The Lord then takes the army through a two-phase process that took the army down to 300 from 32,000. Significant difference.
Now look at 2 Chronicles 20:17 (here @ Bible Gateway). The Lord instructs Jehoshaphat that he doesn’t need to fight with those who are coming against him. He tells him to take the army out and stand and see what the Lord does. He essentially is having the army as an observer. He then routs the enemy without Jehoshaphat’s army lifting a finger.
He doesn’t need us.
But in some cases, like Gideon, he allows participation. In others, like Jehoshaphat, the Lord lets him watch. In both cases the Lord did all the work even though in one case he allowed participation.
This contrast, this reality, raises at least one question for which I have no inkling of an answer. Why? Why does the Lord act differently in each of these cases? On the one hand He allows Gideon minimal participation, on the other He forbids Jehoshaphat to engage. What were the reasons for the difference? Was there something about these men that caused the Lord to act differently? We do not seem to have any data to come to a reasonable answer to any of those questions.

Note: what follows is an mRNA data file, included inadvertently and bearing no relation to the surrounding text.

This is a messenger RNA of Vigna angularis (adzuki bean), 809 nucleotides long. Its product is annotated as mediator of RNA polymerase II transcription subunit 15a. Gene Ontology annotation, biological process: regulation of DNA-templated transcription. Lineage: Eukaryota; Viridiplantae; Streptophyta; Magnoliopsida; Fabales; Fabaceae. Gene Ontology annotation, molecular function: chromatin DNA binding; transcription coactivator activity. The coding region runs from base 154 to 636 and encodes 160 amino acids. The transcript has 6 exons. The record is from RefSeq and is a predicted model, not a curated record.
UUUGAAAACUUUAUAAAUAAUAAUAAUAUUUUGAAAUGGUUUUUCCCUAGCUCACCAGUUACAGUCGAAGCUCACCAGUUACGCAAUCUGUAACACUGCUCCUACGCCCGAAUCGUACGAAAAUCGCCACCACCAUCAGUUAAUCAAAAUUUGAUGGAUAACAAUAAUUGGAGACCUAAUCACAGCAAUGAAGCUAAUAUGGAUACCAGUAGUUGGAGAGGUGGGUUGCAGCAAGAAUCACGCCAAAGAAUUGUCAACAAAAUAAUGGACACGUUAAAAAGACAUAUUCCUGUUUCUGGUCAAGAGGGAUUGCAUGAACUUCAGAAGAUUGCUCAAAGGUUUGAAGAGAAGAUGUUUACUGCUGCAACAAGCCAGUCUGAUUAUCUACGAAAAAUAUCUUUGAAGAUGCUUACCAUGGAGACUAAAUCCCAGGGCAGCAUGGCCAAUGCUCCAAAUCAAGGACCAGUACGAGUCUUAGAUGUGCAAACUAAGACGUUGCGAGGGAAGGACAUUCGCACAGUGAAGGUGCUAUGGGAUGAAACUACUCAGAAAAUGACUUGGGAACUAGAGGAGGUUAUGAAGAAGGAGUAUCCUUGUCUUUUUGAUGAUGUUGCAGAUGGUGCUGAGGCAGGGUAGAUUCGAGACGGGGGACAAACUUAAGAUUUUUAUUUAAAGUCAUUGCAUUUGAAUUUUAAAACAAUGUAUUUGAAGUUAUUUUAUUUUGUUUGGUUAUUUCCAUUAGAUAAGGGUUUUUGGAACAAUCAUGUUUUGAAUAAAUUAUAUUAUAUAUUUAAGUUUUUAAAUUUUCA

That is frustrating. Being trained as an engineer and pilot, I have difficulty with uncertainty.
One thing here though is certain. If we think we are in control of what is going on, if we think we can affect the outcome of a battle, be it spiritual or in a human war, we are mistaken. Throughout the text of the Old Testament and supported by the descriptions of God’s nature and character in the New Testament, this is His story. He is firmly in control.
That is the one clear thing. It is also a bright, unwavering beacon of hope.